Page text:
This content is provided by our sponsor. It is not written by and does not necessarily reflect the views of Education Week's editorial staff.
Equity & Diversity Webinar
Classroom Strategies for Building Equity and Student Confidence
Shape equity, confidence, and success for your middle school students. Join the discussion and Q&A for proven strategies.
Content provided by Project Lead The Way
This content is provided by our sponsor. It is not written by and does not necessarily reflect the views of Education Week's editorial staff.
Professional Development Webinar
Disrupting PD Day in Schools with Continuous Professional Learning Experiences
Hear how this NC School District achieved district-wide change by shifting from traditional PD days to year-long professional learning cycles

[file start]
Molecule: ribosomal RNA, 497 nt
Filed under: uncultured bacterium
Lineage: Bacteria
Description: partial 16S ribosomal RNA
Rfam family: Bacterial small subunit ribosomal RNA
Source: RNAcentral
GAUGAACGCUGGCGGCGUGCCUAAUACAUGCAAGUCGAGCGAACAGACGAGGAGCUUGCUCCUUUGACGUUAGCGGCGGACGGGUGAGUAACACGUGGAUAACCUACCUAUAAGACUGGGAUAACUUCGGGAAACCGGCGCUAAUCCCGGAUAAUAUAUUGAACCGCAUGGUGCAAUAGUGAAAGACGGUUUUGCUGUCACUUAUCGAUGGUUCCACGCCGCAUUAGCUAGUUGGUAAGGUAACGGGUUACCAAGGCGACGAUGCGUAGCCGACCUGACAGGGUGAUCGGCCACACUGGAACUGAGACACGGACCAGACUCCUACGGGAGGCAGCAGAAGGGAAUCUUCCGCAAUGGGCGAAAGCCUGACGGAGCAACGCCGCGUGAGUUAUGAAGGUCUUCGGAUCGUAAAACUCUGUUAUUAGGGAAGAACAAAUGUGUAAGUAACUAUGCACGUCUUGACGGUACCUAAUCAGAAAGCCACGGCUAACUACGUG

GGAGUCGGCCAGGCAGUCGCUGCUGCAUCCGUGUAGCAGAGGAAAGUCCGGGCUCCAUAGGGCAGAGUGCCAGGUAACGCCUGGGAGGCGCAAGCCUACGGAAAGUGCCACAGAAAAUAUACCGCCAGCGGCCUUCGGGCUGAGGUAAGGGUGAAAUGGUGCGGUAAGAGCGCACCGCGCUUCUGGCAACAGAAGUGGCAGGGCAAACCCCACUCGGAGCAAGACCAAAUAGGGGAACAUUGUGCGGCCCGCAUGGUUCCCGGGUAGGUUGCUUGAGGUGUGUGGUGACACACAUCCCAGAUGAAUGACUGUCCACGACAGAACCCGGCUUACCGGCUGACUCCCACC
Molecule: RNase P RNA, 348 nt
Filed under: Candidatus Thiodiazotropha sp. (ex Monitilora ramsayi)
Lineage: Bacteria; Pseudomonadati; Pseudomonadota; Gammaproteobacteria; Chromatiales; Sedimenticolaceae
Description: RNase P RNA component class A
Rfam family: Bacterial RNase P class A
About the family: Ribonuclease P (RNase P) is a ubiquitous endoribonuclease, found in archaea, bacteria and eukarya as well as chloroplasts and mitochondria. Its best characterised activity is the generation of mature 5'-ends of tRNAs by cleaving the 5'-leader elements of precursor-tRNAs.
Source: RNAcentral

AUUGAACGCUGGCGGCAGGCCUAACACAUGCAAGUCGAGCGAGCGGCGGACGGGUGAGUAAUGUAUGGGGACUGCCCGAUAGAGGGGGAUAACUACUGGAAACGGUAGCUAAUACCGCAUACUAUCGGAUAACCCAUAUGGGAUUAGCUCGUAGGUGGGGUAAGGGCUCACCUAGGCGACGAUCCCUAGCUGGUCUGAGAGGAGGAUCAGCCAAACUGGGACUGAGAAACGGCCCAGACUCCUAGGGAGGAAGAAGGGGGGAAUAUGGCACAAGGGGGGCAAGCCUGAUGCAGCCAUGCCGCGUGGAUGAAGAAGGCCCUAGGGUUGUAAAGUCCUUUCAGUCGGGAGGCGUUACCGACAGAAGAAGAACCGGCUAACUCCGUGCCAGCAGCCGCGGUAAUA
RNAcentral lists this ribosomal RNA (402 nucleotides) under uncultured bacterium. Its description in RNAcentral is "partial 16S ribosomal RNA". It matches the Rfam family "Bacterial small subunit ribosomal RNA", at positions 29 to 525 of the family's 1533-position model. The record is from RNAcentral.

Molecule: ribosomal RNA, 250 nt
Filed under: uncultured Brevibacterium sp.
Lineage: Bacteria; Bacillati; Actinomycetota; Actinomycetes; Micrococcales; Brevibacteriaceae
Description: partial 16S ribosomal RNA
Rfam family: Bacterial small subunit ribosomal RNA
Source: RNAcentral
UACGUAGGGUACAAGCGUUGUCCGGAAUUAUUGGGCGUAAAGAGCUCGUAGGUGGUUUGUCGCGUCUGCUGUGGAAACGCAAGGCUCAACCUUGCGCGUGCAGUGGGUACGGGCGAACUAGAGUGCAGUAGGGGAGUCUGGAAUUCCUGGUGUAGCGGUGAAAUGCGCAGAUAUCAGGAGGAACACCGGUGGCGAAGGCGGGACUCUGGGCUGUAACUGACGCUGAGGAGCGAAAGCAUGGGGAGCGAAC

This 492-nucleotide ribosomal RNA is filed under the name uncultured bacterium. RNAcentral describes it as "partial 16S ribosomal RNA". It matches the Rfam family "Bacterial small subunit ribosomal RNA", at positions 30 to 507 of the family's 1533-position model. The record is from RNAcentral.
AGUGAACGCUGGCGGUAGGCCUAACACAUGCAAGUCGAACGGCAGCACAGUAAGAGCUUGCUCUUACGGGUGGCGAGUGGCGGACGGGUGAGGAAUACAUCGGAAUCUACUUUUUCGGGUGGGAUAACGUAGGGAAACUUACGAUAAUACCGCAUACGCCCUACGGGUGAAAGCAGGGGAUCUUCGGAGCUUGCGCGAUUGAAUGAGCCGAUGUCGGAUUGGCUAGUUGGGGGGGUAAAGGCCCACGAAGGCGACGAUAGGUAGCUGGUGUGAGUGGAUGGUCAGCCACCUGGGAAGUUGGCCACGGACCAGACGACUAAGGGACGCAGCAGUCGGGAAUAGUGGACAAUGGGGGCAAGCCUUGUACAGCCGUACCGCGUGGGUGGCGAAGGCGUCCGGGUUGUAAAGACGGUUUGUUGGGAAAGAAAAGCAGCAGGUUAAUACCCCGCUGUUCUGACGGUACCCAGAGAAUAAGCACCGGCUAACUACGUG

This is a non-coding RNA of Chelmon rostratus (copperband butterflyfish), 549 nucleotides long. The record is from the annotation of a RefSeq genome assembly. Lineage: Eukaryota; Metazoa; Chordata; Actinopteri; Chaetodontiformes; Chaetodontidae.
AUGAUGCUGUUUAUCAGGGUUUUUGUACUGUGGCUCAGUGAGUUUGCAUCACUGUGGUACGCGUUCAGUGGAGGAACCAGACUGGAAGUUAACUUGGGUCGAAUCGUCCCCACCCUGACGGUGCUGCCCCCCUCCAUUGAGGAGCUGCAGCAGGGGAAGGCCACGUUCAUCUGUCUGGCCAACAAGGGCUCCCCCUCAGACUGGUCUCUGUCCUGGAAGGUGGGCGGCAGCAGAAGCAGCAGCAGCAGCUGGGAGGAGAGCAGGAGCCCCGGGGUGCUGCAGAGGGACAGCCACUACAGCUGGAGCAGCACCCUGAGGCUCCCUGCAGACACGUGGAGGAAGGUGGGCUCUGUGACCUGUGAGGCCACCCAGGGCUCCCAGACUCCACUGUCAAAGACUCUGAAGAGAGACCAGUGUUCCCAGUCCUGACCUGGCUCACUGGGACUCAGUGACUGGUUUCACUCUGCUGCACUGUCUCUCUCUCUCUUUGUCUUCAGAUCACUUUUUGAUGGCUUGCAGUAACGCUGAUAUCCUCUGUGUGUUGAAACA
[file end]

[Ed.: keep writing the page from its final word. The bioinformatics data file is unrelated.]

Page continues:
Content provided by BetterLesson
Jobs Virtual Career Fair for Teachers and K-12 Staff
Find teaching jobs and other jobs in K-12 education at the EdWeek Top School Jobs virtual career fair.

EdWeek Top School Jobs

Teacher Jobs
Search over ten thousand teaching jobs nationwide — elementary, middle, high school and more.
View Jobs
Principal Jobs
Find hundreds of jobs for principals, assistant principals, and other school leadership roles.
View Jobs
Administrator Jobs
Over a thousand district-level jobs: superintendents, directors, more.
View Jobs
Support Staff Jobs
Search thousands of jobs, from paraprofessionals to counselors and more.
View Jobs

Read Next

School & District Management Did Principal Turnover Increase During the Pandemic? Here's What We Know